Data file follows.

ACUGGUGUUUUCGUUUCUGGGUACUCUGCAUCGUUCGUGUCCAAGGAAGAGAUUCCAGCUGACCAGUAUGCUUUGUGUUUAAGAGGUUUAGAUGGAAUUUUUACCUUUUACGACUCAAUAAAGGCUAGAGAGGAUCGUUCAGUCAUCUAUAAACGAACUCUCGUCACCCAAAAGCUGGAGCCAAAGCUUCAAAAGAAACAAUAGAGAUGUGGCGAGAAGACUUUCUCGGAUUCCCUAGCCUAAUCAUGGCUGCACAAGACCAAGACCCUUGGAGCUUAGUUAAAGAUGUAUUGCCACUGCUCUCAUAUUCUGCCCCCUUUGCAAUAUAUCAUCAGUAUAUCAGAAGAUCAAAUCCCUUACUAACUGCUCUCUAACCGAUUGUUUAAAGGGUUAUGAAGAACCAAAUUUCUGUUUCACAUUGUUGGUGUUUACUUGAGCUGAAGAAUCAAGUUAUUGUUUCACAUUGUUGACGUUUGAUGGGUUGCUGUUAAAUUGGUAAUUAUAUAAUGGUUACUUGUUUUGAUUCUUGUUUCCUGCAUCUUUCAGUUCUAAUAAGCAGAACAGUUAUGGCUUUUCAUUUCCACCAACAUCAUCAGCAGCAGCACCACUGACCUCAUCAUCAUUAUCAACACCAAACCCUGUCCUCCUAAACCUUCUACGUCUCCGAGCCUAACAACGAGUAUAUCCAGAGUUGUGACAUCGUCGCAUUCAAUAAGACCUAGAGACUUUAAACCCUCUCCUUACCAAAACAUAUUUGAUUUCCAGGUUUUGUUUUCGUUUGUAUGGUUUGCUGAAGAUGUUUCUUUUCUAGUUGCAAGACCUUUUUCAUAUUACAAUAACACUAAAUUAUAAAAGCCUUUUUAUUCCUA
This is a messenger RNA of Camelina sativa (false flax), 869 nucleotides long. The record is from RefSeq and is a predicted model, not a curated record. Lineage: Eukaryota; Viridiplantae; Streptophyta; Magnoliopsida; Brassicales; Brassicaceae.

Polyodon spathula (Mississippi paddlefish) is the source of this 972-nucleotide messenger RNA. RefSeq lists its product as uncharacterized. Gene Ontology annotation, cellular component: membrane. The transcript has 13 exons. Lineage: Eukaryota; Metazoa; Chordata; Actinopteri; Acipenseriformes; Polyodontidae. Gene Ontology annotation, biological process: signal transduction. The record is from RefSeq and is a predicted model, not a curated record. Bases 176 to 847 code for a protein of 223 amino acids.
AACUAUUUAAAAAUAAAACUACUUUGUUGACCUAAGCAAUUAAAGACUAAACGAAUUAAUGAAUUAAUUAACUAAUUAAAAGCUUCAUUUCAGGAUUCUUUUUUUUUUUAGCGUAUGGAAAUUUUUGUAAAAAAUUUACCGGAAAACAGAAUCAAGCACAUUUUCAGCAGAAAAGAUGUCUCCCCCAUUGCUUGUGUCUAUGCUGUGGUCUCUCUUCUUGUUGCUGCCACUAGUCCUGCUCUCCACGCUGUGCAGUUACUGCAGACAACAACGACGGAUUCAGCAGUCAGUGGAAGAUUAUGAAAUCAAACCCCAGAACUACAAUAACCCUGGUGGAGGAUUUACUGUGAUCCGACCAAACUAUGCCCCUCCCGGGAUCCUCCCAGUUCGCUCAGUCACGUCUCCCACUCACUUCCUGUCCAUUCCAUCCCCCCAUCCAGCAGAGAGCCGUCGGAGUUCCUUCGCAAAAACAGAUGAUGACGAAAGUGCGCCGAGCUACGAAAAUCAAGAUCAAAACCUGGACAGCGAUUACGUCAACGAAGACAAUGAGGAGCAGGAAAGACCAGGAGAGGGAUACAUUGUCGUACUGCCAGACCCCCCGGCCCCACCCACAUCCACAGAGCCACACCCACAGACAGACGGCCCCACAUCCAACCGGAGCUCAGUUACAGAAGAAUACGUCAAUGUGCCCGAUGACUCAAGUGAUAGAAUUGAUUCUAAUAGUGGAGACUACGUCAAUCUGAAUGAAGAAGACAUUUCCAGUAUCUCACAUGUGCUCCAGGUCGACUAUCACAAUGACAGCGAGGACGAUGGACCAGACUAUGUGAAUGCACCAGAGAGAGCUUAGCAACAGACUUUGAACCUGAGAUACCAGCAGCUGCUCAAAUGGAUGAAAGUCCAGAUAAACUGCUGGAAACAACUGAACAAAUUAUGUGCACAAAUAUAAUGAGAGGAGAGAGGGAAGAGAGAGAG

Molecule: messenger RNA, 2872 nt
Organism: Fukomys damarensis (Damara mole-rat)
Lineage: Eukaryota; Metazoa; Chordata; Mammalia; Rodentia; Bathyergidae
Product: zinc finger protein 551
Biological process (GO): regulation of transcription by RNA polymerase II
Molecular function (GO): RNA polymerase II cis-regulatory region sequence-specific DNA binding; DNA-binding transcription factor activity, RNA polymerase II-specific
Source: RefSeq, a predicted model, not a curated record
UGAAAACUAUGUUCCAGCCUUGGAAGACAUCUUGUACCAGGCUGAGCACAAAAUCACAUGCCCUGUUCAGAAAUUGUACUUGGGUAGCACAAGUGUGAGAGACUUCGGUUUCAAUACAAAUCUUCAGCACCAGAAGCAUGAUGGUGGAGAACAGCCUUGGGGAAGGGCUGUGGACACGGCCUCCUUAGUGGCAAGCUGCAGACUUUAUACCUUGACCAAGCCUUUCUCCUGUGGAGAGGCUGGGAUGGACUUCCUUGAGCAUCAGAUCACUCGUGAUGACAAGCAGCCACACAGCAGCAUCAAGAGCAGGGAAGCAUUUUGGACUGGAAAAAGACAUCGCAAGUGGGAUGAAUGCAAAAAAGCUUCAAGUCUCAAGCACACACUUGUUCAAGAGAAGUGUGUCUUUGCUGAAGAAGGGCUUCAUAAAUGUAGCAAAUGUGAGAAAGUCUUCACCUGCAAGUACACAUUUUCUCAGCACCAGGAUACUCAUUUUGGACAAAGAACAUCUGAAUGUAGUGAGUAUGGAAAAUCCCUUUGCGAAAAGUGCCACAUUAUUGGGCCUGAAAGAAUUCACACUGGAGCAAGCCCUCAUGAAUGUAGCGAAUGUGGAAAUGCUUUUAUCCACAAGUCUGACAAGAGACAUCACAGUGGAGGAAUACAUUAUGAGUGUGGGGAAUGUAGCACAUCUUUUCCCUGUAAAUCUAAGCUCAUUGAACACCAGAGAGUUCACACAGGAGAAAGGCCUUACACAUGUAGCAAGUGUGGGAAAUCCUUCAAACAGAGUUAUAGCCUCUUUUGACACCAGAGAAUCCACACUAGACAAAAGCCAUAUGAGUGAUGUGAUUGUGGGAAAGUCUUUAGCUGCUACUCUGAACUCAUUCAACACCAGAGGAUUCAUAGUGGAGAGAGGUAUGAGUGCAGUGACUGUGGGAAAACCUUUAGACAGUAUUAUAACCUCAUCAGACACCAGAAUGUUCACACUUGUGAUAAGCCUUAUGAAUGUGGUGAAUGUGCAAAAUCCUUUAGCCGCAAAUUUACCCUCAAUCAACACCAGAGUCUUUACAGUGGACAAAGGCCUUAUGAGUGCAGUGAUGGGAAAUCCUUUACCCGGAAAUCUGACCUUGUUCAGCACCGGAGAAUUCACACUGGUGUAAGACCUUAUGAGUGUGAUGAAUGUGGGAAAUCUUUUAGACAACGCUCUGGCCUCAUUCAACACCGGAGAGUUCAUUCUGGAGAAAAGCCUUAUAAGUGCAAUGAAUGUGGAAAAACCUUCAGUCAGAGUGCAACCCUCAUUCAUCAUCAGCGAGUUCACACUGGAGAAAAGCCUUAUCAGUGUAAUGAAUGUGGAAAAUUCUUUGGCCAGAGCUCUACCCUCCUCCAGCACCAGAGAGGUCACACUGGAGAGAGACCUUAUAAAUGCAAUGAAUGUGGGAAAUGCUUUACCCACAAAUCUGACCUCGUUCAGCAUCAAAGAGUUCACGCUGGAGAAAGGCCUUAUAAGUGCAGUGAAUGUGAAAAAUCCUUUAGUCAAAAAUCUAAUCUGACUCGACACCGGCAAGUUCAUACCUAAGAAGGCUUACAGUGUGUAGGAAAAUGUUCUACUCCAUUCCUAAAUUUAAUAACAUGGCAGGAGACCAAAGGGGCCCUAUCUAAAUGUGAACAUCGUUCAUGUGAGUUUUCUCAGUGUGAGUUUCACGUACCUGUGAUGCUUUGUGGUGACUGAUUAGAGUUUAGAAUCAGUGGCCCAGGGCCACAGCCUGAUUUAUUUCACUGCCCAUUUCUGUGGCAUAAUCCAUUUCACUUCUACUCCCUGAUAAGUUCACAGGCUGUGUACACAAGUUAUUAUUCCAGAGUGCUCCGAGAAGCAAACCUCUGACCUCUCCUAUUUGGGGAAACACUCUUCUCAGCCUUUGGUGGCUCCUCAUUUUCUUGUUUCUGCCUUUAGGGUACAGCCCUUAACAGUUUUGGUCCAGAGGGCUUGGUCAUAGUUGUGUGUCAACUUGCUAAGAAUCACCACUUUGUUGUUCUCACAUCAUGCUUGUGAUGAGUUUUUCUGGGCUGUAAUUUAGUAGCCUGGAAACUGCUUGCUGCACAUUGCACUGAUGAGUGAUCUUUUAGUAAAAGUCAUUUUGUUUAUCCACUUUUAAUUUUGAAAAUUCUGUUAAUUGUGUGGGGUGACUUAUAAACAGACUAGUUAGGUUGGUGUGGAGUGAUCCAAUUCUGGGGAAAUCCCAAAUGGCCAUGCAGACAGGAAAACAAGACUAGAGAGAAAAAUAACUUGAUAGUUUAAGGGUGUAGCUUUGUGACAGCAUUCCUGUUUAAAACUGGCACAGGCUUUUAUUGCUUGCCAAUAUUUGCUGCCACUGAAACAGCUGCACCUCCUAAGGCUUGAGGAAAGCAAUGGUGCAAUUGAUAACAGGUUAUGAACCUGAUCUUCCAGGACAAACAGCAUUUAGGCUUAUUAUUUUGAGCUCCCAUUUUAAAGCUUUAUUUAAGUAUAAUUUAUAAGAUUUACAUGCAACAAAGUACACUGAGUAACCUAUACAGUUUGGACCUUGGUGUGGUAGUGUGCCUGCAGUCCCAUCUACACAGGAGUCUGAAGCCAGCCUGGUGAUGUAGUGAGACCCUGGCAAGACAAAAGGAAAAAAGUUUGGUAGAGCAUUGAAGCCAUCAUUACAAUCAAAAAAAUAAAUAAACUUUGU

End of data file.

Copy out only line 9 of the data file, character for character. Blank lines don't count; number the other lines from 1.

Biological process (GO): regulation of transcription by RNA polymerase II